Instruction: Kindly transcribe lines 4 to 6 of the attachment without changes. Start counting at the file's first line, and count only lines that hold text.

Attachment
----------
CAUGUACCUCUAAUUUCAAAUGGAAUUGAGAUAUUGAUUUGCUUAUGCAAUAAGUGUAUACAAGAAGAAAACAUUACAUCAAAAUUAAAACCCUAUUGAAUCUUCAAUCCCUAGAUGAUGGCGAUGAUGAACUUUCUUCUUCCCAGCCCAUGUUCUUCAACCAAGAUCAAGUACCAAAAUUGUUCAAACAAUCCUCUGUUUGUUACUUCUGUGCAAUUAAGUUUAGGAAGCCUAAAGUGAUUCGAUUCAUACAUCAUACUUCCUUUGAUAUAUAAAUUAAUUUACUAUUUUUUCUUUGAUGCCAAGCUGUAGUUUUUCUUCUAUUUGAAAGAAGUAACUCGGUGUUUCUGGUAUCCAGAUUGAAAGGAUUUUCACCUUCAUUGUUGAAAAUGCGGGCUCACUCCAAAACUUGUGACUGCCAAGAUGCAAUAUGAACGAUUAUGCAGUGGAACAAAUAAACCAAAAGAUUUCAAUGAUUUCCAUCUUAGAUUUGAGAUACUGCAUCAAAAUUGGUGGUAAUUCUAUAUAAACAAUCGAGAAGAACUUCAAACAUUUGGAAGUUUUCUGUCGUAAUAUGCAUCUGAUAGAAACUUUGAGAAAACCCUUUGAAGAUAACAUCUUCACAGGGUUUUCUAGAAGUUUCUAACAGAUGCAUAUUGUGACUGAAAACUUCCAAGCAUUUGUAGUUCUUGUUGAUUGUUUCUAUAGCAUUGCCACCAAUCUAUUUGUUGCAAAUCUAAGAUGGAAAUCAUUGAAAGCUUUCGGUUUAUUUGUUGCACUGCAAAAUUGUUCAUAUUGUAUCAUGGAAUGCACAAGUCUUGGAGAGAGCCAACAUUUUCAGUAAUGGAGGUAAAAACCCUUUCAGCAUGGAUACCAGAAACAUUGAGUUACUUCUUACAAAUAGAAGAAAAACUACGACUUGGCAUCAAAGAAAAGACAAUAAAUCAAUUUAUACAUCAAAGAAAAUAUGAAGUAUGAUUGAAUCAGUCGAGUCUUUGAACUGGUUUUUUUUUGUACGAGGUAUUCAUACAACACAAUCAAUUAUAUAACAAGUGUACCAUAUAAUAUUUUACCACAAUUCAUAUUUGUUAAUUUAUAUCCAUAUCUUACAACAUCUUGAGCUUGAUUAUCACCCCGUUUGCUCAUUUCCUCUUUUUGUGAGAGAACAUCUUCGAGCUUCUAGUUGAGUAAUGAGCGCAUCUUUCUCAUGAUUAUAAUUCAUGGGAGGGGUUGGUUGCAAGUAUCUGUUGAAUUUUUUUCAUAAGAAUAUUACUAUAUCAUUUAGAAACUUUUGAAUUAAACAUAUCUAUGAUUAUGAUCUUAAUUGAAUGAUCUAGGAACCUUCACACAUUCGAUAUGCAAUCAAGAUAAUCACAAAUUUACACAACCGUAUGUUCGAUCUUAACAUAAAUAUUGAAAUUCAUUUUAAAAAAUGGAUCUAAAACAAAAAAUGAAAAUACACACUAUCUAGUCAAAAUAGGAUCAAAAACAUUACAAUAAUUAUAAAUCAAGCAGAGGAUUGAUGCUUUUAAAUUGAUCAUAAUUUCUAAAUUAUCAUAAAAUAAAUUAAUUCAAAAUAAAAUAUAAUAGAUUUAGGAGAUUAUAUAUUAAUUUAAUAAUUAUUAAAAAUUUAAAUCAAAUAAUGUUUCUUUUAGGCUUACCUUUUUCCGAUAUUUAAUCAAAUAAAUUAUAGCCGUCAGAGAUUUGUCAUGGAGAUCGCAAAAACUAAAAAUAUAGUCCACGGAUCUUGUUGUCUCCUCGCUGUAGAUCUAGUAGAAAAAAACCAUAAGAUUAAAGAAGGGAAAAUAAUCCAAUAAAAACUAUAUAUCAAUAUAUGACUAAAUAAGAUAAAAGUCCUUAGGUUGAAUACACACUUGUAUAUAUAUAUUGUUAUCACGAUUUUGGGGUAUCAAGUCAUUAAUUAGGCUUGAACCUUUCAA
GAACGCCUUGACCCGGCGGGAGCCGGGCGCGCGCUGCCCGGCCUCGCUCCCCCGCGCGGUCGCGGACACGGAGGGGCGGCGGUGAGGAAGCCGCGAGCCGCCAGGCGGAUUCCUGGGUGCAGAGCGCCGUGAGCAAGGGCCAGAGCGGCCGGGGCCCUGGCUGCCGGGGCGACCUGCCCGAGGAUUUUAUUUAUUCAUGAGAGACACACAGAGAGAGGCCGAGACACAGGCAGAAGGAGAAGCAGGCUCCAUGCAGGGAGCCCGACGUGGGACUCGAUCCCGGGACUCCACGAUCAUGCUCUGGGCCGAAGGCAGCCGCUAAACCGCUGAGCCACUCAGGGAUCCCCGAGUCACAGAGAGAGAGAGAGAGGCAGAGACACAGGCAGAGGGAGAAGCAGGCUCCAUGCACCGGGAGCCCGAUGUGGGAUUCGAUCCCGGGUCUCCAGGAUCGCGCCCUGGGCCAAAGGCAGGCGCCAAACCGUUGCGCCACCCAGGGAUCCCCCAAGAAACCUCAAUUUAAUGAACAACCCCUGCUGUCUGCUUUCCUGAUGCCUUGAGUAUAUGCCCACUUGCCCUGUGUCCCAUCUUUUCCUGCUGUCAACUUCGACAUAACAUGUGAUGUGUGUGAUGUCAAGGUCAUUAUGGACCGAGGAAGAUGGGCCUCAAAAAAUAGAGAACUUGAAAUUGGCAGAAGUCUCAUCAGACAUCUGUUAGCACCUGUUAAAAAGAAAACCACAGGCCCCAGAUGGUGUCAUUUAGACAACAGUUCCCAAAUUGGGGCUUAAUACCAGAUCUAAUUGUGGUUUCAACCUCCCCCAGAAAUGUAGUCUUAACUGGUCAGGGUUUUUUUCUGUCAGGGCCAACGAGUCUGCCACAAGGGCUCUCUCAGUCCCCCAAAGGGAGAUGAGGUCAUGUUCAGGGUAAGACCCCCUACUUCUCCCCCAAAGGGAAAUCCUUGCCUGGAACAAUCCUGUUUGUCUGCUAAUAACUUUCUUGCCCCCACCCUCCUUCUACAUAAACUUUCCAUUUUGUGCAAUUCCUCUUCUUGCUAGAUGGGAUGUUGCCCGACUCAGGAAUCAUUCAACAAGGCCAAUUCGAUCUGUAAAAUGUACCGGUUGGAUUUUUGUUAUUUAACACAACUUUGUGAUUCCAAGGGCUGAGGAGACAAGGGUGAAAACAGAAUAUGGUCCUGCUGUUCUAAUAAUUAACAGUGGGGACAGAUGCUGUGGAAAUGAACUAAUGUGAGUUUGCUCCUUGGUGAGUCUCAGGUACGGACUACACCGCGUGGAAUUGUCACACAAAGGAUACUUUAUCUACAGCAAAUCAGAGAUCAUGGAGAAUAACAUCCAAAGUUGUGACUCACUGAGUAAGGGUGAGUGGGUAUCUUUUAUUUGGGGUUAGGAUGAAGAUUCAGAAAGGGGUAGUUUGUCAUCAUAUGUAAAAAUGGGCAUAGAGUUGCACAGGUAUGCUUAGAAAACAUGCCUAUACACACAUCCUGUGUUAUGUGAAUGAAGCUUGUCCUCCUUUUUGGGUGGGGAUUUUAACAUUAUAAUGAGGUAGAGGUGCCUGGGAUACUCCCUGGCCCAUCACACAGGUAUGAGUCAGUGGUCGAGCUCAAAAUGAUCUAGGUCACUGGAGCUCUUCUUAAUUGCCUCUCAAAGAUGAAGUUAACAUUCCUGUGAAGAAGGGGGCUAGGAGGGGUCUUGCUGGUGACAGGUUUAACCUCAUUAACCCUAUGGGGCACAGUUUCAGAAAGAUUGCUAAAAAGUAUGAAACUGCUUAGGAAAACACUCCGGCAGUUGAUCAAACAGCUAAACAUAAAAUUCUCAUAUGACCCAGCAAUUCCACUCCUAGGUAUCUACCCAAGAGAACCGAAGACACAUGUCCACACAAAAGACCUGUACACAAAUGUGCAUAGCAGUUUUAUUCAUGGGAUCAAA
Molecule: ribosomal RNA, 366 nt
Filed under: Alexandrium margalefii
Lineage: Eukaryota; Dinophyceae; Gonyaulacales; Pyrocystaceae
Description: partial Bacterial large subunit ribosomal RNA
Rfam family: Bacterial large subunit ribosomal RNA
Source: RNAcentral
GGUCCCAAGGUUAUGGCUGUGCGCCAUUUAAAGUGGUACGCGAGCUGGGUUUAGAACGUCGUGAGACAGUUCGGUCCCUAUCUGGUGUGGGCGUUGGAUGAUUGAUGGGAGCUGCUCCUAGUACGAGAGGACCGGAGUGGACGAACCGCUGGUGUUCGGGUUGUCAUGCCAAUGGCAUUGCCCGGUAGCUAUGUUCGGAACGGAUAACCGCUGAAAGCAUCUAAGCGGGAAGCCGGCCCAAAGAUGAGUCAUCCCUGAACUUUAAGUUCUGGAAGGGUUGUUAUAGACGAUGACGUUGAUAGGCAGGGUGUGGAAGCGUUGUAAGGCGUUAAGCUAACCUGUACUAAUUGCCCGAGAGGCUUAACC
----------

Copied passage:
Filed under: Alexandrium margalefii
Lineage: Eukaryota; Dinophyceae; Gonyaulacales; Pyrocystaceae
Description: partial Bacterial large subunit ribosomal RNA